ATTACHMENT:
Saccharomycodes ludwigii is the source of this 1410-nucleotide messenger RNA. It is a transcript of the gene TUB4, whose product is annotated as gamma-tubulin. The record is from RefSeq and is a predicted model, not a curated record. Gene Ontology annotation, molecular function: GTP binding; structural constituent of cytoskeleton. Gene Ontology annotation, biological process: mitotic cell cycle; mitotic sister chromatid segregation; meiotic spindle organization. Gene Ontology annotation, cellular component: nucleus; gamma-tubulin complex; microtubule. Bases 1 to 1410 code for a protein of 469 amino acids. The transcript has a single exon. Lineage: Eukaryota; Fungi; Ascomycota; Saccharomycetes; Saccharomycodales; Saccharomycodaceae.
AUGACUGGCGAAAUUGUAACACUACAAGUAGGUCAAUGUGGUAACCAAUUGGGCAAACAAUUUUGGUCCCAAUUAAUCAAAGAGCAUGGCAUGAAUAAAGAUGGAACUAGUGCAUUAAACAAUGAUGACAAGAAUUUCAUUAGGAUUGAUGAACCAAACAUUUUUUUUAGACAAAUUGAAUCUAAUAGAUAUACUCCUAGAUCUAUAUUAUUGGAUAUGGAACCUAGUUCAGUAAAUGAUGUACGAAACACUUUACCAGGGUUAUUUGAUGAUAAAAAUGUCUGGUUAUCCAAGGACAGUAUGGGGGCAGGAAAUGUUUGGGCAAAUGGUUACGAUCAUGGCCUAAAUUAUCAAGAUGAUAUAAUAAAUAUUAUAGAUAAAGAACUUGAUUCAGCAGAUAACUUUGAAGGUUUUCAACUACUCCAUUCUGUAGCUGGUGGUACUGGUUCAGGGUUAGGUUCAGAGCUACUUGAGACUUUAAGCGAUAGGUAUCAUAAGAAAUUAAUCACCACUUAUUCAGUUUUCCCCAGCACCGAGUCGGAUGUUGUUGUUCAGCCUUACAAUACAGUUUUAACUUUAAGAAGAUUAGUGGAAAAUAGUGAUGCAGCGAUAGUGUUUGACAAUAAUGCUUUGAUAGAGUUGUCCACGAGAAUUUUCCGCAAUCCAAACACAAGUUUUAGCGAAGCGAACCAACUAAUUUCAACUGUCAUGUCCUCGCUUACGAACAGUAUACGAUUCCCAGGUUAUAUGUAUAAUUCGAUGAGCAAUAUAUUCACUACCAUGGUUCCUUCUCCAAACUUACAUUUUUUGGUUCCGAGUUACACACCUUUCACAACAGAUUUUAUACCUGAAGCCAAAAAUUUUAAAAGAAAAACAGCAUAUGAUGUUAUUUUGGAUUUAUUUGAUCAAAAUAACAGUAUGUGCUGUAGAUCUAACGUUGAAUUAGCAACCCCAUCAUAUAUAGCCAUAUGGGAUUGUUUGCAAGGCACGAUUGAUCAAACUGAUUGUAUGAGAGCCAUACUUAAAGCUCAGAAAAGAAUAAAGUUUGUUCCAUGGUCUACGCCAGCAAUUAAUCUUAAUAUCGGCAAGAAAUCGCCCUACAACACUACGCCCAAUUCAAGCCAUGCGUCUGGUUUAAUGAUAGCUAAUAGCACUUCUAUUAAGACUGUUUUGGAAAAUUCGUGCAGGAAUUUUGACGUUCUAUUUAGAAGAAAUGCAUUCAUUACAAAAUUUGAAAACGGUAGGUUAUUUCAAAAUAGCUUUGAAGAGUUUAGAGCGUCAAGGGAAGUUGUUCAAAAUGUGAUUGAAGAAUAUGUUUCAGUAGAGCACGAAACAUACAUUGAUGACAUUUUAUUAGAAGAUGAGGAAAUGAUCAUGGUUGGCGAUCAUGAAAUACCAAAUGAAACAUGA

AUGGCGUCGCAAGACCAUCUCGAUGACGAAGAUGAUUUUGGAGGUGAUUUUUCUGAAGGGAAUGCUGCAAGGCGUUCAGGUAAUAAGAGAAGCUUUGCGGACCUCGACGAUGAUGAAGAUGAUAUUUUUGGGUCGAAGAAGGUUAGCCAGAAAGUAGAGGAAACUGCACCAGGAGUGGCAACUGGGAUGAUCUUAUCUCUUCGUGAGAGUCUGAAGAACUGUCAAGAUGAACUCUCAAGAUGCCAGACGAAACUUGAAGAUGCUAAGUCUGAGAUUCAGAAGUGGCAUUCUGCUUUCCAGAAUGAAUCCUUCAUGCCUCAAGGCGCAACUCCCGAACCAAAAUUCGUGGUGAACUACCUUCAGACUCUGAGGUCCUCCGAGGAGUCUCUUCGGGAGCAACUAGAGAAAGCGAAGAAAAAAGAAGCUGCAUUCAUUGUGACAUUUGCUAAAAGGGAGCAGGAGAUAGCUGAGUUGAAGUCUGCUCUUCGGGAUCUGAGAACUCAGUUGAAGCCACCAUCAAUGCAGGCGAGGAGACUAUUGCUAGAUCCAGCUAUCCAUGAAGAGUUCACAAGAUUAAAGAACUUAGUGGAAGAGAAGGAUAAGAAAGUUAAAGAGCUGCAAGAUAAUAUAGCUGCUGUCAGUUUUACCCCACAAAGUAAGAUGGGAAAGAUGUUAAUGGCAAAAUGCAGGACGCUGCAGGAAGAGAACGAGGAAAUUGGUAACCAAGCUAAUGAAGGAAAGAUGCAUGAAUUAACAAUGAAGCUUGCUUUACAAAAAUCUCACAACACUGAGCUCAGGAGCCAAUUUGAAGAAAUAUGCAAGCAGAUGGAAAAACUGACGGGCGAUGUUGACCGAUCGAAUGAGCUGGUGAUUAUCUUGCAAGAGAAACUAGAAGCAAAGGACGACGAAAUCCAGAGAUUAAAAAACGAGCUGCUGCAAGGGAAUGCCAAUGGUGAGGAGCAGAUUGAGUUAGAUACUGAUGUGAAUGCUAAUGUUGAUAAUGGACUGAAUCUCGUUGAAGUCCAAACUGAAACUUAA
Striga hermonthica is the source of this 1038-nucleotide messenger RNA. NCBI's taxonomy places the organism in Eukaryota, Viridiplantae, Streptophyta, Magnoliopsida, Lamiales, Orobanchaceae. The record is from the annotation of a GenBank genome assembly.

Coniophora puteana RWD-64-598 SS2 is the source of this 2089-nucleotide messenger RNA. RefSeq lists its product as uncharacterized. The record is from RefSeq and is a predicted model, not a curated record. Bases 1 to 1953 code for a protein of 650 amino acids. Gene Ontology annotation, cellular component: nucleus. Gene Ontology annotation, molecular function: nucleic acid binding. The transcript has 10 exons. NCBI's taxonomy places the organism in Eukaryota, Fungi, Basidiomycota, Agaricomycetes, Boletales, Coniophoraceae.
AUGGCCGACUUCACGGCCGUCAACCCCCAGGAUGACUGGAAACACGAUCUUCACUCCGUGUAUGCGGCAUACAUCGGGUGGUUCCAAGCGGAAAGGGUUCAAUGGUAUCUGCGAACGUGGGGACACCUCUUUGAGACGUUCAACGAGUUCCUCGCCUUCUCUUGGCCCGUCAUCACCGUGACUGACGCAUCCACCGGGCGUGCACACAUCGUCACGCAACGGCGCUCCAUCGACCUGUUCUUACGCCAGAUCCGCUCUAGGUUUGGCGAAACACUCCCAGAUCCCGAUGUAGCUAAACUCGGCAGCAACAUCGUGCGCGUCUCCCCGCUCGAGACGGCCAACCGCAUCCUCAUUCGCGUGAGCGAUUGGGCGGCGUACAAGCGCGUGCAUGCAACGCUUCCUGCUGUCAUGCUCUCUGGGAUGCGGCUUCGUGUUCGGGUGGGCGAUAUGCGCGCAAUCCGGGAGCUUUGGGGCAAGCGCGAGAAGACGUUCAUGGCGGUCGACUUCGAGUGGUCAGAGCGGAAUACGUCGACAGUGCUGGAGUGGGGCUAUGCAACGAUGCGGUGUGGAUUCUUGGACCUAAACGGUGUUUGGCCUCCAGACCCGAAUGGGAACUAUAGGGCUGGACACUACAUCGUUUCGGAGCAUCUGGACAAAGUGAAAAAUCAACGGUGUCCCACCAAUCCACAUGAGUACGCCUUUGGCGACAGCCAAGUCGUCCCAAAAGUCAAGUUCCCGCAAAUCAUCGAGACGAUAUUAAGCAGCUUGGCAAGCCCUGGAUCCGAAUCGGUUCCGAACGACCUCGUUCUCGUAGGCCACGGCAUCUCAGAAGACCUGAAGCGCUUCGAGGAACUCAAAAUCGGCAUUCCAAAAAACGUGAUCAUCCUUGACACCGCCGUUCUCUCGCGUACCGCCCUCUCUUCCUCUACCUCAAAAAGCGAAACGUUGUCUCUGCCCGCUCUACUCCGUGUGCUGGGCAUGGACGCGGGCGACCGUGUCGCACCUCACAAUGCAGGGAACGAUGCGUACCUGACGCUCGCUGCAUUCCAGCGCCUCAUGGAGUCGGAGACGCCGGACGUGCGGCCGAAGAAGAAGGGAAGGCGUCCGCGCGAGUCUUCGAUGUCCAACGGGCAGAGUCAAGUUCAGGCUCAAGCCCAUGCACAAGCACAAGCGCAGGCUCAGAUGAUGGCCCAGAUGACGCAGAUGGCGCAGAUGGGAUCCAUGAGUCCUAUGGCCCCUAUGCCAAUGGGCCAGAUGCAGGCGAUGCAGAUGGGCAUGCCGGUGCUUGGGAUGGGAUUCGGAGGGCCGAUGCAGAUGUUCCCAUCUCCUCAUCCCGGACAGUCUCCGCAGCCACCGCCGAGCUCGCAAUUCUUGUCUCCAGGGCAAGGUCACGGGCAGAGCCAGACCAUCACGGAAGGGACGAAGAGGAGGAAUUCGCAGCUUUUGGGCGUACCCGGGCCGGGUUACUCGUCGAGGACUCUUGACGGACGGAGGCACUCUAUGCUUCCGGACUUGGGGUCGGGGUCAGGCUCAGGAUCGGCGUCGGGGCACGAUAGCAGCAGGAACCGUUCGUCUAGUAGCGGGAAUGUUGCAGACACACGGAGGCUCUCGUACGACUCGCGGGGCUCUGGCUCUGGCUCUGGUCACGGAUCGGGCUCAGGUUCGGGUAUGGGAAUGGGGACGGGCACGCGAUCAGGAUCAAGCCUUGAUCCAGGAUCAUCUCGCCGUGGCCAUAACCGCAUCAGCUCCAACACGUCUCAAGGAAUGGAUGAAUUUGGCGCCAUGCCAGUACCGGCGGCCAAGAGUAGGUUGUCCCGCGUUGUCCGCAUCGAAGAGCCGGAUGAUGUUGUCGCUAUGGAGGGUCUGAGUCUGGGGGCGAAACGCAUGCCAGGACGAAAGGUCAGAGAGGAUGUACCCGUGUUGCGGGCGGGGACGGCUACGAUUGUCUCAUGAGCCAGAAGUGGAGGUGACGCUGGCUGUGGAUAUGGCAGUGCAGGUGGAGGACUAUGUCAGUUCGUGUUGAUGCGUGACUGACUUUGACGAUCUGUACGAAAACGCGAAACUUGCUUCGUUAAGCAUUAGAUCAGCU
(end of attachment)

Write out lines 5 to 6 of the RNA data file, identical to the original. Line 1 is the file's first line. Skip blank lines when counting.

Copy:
Coniophora puteana RWD-64-598 SS2 is the source of this 2089-nucleotide messenger RNA. RefSeq lists its product as uncharacterized. The record is from RefSeq and is a predicted model, not a curated record. Bases 1 to 1953 code for a protein of 650 amino acids. Gene Ontology annotation, cellular component: nucleus. Gene Ontology annotation, molecular function: nucleic acid binding. The transcript has 10 exons. NCBI's taxonomy places the organism in Eukaryota, Fungi, Basidiomycota, Agaricomycetes, Boletales, Coniophoraceae.
AUGGCCGACUUCACGGCCGUCAACCCCCAGGAUGACUGGAAACACGAUCUUCACUCCGUGUAUGCGGCAUACAUCGGGUGGUUCCAAGCGGAAAGGGUUCAAUGGUAUCUGCGAACGUGGGGACACCUCUUUGAGACGUUCAACGAGUUCCUCGCCUUCUCUUGGCCCGUCAUCACCGUGACUGACGCAUCCACCGGGCGUGCACACAUCGUCACGCAACGGCGCUCCAUCGACCUGUUCUUACGCCAGAUCCGCUCUAGGUUUGGCGAAACACUCCCAGAUCCCGAUGUAGCUAAACUCGGCAGCAACAUCGUGCGCGUCUCCCCGCUCGAGACGGCCAACCGCAUCCUCAUUCGCGUGAGCGAUUGGGCGGCGUACAAGCGCGUGCAUGCAACGCUUCCUGCUGUCAUGCUCUCUGGGAUGCGGCUUCGUGUUCGGGUGGGCGAUAUGCGCGCAAUCCGGGAGCUUUGGGGCAAGCGCGAGAAGACGUUCAUGGCGGUCGACUUCGAGUGGUCAGAGCGGAAUACGUCGACAGUGCUGGAGUGGGGCUAUGCAACGAUGCGGUGUGGAUUCUUGGACCUAAACGGUGUUUGGCCUCCAGACCCGAAUGGGAACUAUAGGGCUGGACACUACAUCGUUUCGGAGCAUCUGGACAAAGUGAAAAAUCAACGGUGUCCCACCAAUCCACAUGAGUACGCCUUUGGCGACAGCCAAGUCGUCCCAAAAGUCAAGUUCCCGCAAAUCAUCGAGACGAUAUUAAGCAGCUUGGCAAGCCCUGGAUCCGAAUCGGUUCCGAACGACCUCGUUCUCGUAGGCCACGGCAUCUCAGAAGACCUGAAGCGCUUCGAGGAACUCAAAAUCGGCAUUCCAAAAAACGUGAUCAUCCUUGACACCGCCGUUCUCUCGCGUACCGCCCUCUCUUCCUCUACCUCAAAAAGCGAAACGUUGUCUCUGCCCGCUCUACUCCGUGUGCUGGGCAUGGACGCGGGCGACCGUGUCGCACCUCACAAUGCAGGGAACGAUGCGUACCUGACGCUCGCUGCAUUCCAGCGCCUCAUGGAGUCGGAGACGCCGGACGUGCGGCCGAAGAAGAAGGGAAGGCGUCCGCGCGAGUCUUCGAUGUCCAACGGGCAGAGUCAAGUUCAGGCUCAAGCCCAUGCACAAGCACAAGCGCAGGCUCAGAUGAUGGCCCAGAUGACGCAGAUGGCGCAGAUGGGAUCCAUGAGUCCUAUGGCCCCUAUGCCAAUGGGCCAGAUGCAGGCGAUGCAGAUGGGCAUGCCGGUGCUUGGGAUGGGAUUCGGAGGGCCGAUGCAGAUGUUCCCAUCUCCUCAUCCCGGACAGUCUCCGCAGCCACCGCCGAGCUCGCAAUUCUUGUCUCCAGGGCAAGGUCACGGGCAGAGCCAGACCAUCACGGAAGGGACGAAGAGGAGGAAUUCGCAGCUUUUGGGCGUACCCGGGCCGGGUUACUCGUCGAGGACUCUUGACGGACGGAGGCACUCUAUGCUUCCGGACUUGGGGUCGGGGUCAGGCUCAGGAUCGGCGUCGGGGCACGAUAGCAGCAGGAACCGUUCGUCUAGUAGCGGGAAUGUUGCAGACACACGGAGGCUCUCGUACGACUCGCGGGGCUCUGGCUCUGGCUCUGGUCACGGAUCGGGCUCAGGUUCGGGUAUGGGAAUGGGGACGGGCACGCGAUCAGGAUCAAGCCUUGAUCCAGGAUCAUCUCGCCGUGGCCAUAACCGCAUCAGCUCCAACACGUCUCAAGGAAUGGAUGAAUUUGGCGCCAUGCCAGUACCGGCGGCCAAGAGUAGGUUGUCCCGCGUUGUCCGCAUCGAAGAGCCGGAUGAUGUUGUCGCUAUGGAGGGUCUGAGUCUGGGGGCGAAACGCAUGCCAGGACGAAAGGUCAGAGAGGAUGUACCCGUGUUGCGGGCGGGGACGGCUACGAUUGUCUCAUGAGCCAGAAGUGGAGGUGACGCUGGCUGUGGAUAUGGCAGUGCAGGUGGAGGACUAUGUCAGUUCGUGUUGAUGCGUGACUGACUUUGACGAUCUGUACGAAAACGCGAAACUUGCUUCGUUAAGCAUUAGAUCAGCU